Figure 2

Examination of primer specificity and amplicon size. (A) A high peak of single products without any nonspecific amplification was identified during melting curve analysis. (B) Expected product size without nonspecific amplification was confirmed by gel electrophoresis. Lanes show ladder (100 and 200 bp) and respective amplicons (left) and negative controls (right) from each reference gene (RG).

Information of Ct values, correlation (R2) and polymerase chain reaction efficiencies (E) of each reference genes

Analysis of stability of reference genes by geNorm, Normfinder, and Bestkeeper

The Ct values of the ten RGs in bBMMSCs were assessed for stability (M values) and NFopt by geNorm (Figure 3). TBP, RPL4, and H2A were identified as the three most stable RGs in bBMMSCs, whereas the traditionally used RGs were determined as the least stable (18S) or moderately stable (GAPDH and ACTB) (Figure 3A). Furthermore, pairwise variation (Vn/n+1) suggested that the set of seven RGs (V7/8) was considered as NFopt (Figure 3B). As it was highly excessive to use the seven RGs in a normalization step in qPCR, we further analyzed the correlation of NF between NF3 and NFopt (NF7) to reduce inefficient usage of RGs. Pearson’s correlation analysis revealed a high correlation (r = 0.999, p<0.01) between NF3 and NFopt, indicating that the three most stable RGs (TBP, RPL4, and H2A) were sufficient for normalization during qPCR procedures in bBMMSCs (Figure 3C). Similar to the results of geNorm, TBP, RPL4, and SDHA were determined as the three most stable RGs, and the least stable RG was 18S in bBMMSCs according to Normfinder (Figure 4). In addition, the Normfinder algorithm suggested that TBP and RPL4 comprised the most stable combination of two RGs for normalization. There were no RGs with a SD >1.0 in the Bestkeeper analysis, indicating the credibility of the RG candidates in the present study. Bestkeeper showed that the three most stable RGs with the three lowest SD (±Ct) values were SDHA, RPL4, and TBP. 18S was also one of the least stable RGs, and GAPDH and ACTB were determined as moderately stable RGs in bBMMSCs (Figure 5). Altogether, based on the results obtained from geNorm, Normfinder, and Bestkeeper, it can be comprehensively concluded that TBP and RPL4 were the two most stable RGs and the traditional RGs were the least stable (18S) or moderately stable (GAPDH and ACTB) in bBMMSCs. The small discrepancies, ranking of stability, from each program may have been possibly caused due to the use of different algorithms.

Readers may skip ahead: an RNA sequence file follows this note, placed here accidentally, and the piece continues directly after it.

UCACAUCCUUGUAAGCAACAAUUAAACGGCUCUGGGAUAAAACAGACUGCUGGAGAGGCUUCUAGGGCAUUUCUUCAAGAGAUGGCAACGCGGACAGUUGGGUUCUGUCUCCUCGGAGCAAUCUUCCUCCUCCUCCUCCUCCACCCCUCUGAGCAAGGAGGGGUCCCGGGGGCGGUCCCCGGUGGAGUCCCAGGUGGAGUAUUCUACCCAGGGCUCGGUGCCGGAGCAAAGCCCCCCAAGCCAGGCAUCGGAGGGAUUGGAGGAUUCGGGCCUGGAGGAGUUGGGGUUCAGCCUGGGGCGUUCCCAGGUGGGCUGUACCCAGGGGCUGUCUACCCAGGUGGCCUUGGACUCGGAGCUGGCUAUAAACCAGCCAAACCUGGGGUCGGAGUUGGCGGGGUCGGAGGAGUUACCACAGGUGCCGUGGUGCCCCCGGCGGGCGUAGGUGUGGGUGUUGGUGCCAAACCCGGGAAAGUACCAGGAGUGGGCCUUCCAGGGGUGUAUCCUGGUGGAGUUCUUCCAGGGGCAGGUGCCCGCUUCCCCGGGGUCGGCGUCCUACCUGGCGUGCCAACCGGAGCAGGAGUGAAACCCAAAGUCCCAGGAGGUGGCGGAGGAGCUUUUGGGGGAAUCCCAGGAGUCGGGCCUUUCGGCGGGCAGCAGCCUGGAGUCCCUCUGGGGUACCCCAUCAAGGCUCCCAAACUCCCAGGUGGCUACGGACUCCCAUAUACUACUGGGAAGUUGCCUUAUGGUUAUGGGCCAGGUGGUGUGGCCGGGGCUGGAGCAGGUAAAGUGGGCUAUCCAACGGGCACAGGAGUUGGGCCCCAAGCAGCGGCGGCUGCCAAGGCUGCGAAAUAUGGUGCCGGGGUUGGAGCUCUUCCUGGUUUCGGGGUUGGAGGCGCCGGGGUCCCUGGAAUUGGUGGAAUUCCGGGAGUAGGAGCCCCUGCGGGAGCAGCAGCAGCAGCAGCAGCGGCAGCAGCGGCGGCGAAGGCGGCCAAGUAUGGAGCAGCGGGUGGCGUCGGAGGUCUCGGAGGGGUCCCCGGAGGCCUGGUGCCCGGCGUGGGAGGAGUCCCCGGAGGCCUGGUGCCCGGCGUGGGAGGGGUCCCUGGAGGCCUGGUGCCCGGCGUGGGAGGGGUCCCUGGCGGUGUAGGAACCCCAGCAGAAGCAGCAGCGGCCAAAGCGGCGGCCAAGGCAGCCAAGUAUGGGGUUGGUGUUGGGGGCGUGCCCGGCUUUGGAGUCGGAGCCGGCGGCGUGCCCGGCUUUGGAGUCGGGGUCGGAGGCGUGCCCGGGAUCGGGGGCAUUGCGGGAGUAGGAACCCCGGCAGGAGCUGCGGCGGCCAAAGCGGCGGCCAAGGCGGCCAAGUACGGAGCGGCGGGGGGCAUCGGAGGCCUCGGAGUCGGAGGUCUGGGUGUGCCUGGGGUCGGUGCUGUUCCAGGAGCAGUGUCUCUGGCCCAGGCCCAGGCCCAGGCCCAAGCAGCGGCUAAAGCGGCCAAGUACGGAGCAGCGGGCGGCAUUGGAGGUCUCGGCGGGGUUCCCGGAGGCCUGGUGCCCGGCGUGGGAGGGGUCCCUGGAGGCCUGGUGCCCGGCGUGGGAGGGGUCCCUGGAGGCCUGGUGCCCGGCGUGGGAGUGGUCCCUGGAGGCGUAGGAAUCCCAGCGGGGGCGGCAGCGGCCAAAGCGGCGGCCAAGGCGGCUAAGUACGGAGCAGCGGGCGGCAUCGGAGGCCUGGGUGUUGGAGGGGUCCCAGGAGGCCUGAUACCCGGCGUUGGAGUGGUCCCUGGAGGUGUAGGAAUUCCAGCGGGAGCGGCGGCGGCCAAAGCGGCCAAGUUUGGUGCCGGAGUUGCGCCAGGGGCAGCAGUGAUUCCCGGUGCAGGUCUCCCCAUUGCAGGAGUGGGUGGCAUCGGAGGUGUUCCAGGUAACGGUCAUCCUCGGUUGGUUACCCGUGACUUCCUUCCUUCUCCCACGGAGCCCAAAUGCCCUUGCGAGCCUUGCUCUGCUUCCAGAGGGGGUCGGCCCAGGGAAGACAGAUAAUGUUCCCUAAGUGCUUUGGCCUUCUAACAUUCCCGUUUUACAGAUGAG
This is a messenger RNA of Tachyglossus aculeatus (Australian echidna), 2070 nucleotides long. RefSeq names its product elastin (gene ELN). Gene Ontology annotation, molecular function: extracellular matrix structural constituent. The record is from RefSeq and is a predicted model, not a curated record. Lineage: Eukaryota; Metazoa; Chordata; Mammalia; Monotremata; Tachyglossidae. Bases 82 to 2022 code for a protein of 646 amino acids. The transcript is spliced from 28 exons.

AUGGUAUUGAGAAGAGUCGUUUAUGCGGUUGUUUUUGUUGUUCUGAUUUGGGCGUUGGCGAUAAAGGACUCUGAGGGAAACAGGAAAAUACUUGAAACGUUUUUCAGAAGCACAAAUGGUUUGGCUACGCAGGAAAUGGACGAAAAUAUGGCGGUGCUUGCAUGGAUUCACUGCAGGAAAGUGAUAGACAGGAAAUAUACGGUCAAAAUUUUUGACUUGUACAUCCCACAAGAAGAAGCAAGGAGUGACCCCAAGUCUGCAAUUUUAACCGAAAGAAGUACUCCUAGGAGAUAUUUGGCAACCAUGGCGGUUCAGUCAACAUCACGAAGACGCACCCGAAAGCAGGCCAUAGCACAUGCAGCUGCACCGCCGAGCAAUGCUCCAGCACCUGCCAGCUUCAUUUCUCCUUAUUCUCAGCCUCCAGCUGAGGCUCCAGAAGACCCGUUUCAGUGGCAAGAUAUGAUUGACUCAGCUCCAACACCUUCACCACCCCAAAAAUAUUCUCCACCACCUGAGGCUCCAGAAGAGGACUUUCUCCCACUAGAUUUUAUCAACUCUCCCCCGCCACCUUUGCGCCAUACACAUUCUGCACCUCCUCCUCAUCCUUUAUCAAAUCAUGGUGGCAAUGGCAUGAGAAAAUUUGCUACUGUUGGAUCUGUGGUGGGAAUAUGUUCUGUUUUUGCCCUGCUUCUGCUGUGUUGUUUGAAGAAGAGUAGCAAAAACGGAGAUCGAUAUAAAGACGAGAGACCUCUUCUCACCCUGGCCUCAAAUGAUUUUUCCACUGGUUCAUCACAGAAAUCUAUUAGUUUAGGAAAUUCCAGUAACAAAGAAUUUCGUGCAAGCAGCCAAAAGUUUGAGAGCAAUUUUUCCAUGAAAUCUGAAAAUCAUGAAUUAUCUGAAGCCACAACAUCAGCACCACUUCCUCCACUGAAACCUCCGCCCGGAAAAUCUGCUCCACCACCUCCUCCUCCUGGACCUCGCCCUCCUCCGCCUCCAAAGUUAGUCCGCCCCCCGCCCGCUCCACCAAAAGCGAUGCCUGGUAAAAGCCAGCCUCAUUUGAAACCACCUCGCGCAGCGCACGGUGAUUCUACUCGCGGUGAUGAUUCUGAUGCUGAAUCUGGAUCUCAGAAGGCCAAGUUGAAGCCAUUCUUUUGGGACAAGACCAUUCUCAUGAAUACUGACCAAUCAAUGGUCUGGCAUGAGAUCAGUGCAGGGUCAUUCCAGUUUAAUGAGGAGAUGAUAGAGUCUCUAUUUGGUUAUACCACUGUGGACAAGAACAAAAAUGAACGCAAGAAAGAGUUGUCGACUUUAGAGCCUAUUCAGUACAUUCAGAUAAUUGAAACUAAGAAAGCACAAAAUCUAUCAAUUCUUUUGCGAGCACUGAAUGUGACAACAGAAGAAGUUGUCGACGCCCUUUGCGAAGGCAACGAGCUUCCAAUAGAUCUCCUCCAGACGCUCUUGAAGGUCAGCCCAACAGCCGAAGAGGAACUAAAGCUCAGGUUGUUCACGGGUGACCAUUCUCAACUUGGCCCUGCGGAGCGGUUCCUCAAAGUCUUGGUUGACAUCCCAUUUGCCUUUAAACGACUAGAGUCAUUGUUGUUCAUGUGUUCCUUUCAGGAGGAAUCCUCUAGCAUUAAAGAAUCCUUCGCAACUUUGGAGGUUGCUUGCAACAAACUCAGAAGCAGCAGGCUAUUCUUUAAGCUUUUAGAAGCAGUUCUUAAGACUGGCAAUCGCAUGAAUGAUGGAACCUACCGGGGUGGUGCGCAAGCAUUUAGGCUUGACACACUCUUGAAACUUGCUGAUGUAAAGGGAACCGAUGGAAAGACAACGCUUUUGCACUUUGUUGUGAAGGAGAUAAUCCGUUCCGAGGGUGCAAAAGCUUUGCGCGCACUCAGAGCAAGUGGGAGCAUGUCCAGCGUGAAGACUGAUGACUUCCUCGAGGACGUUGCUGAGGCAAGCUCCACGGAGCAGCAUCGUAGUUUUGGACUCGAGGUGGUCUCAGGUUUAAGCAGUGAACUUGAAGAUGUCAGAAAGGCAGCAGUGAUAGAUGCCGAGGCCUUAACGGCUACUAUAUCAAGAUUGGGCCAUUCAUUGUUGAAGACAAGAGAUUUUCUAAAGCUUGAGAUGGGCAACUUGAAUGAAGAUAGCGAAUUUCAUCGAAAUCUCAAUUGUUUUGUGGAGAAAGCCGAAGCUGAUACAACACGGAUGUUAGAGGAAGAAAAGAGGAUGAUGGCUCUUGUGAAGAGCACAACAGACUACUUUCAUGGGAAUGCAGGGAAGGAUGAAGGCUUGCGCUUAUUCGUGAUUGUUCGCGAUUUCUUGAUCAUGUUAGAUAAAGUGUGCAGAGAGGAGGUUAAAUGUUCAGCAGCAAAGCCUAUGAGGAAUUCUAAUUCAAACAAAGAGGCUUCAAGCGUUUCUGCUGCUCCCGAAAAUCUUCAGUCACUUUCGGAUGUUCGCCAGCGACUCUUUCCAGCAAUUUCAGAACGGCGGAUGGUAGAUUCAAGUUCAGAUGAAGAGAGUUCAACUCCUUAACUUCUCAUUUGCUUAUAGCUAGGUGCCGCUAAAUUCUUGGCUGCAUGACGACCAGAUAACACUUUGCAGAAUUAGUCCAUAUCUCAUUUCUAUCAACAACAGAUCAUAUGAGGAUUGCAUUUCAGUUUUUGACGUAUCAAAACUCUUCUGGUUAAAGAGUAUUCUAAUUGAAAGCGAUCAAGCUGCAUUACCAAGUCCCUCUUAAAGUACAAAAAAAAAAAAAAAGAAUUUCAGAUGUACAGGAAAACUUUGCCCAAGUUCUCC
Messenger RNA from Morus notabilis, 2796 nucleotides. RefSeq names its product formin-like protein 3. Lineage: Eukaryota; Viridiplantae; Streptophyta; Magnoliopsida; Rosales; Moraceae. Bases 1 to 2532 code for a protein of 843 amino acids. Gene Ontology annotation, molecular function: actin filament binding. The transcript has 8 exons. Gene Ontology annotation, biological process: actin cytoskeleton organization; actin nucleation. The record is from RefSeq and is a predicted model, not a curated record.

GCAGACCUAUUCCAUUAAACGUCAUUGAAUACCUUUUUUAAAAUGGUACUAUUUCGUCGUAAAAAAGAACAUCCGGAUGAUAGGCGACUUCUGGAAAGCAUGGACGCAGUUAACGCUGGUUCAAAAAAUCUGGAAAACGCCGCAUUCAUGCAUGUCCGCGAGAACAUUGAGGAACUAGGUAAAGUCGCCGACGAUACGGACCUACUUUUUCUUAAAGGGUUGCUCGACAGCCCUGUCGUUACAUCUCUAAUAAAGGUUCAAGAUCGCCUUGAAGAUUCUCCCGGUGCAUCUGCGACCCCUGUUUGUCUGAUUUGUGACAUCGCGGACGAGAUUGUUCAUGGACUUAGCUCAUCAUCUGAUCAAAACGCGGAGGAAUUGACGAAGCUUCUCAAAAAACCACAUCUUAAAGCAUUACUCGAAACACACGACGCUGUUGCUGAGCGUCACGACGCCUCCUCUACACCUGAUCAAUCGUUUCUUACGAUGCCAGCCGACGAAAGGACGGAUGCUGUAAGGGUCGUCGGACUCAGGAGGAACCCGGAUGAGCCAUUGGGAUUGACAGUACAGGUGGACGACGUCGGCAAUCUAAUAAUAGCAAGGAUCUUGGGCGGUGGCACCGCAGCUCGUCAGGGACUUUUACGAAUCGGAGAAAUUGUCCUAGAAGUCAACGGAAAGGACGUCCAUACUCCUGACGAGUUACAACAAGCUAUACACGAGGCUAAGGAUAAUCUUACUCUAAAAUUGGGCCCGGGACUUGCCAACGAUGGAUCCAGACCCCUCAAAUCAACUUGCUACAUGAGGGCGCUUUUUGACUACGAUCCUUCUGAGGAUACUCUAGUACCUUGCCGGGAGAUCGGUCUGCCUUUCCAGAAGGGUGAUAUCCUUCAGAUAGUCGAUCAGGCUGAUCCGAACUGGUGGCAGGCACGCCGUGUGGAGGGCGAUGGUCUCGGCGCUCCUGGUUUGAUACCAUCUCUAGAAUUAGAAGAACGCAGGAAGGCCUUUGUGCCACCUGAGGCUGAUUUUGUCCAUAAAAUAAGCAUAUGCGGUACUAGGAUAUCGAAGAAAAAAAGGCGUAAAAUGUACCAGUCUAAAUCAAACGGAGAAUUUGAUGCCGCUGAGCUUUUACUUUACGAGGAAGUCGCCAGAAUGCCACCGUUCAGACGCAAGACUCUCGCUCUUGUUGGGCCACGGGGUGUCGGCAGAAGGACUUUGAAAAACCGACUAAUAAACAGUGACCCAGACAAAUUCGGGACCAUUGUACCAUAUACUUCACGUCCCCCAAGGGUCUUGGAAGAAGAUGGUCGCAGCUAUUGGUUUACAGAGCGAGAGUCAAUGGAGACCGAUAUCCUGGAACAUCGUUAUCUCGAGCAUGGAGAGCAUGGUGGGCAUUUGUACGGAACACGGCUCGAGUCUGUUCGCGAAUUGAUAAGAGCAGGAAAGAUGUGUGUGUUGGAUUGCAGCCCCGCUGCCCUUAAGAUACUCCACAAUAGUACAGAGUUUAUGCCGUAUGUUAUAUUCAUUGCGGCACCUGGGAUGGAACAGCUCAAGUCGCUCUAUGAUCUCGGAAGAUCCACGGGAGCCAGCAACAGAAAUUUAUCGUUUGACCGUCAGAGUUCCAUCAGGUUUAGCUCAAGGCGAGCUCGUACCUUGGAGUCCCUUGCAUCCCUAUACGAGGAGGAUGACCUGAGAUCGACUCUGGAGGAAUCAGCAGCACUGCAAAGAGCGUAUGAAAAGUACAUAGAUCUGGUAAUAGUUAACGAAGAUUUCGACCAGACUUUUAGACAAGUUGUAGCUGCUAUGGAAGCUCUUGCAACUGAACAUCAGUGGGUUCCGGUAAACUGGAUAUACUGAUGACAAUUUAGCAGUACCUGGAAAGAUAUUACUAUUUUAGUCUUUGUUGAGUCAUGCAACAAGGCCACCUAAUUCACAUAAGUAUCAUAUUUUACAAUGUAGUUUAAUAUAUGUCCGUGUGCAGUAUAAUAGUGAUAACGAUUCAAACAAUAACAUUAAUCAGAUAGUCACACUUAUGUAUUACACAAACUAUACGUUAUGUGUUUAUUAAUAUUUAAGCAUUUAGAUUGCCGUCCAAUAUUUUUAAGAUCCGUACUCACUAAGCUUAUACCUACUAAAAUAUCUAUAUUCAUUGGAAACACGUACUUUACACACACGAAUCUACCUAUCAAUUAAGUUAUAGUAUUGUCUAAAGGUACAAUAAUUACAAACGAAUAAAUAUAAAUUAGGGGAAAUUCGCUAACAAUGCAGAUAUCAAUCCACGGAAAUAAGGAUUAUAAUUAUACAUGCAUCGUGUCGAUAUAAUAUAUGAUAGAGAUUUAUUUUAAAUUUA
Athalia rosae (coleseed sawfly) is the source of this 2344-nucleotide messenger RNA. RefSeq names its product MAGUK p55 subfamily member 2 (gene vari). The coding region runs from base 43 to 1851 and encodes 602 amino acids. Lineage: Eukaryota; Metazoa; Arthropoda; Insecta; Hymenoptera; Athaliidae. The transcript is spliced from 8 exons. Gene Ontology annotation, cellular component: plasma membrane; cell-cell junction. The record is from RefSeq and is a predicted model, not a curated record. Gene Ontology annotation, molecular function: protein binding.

Figure 3

Analysis of stable RGs by geNorm. (A) The ranking of stability (M values) of RGs in bBMMSCs is presented from the least stable RG (left side of the graph) to the most stable RGs (right side of the graph). (B) The optimal number of RGs (NFopt) during normalization in bBMMSCs was recommended as 7 RGs (NF7) by pairwise variation (V7/8). (C) High correlation (r = 0.999, p<0.01) between NF3 and NF7 was identified by Pearson’s correlation analysis. RGs, reference genes; bBMMSCs, bovine bone marrow-derived mesenchymal stem cells; NF, normalization factor; Vn/n+1, pairwise variation between consecutively ranked NF (NFn and NFn+1); NFopt, NF for optimal number of RGs; NF7, NFopt as 7 RGs; NF3, NF for the three most stable RGs.

Figure 4

Identification of stable RG by Normfinder. The stability of RGs is ranked from the least stable RG (left side of the graph) to the most stable RG (right side of the graph). The most stable combination of RGs is presented in bold letters. RGs, reference genes.

Figure 5

Verification of stable RGs by Bestkeeper. The ranking of stability (SD±Ct) of RGs from the least stable RG (left side of the graph) to the most stable RG (right side of the graph) was assessed. RGs, reference genes; Ct, cycle threshold; SD±Ct, standard deviation of the Ct.

Application of different reference genes to normalization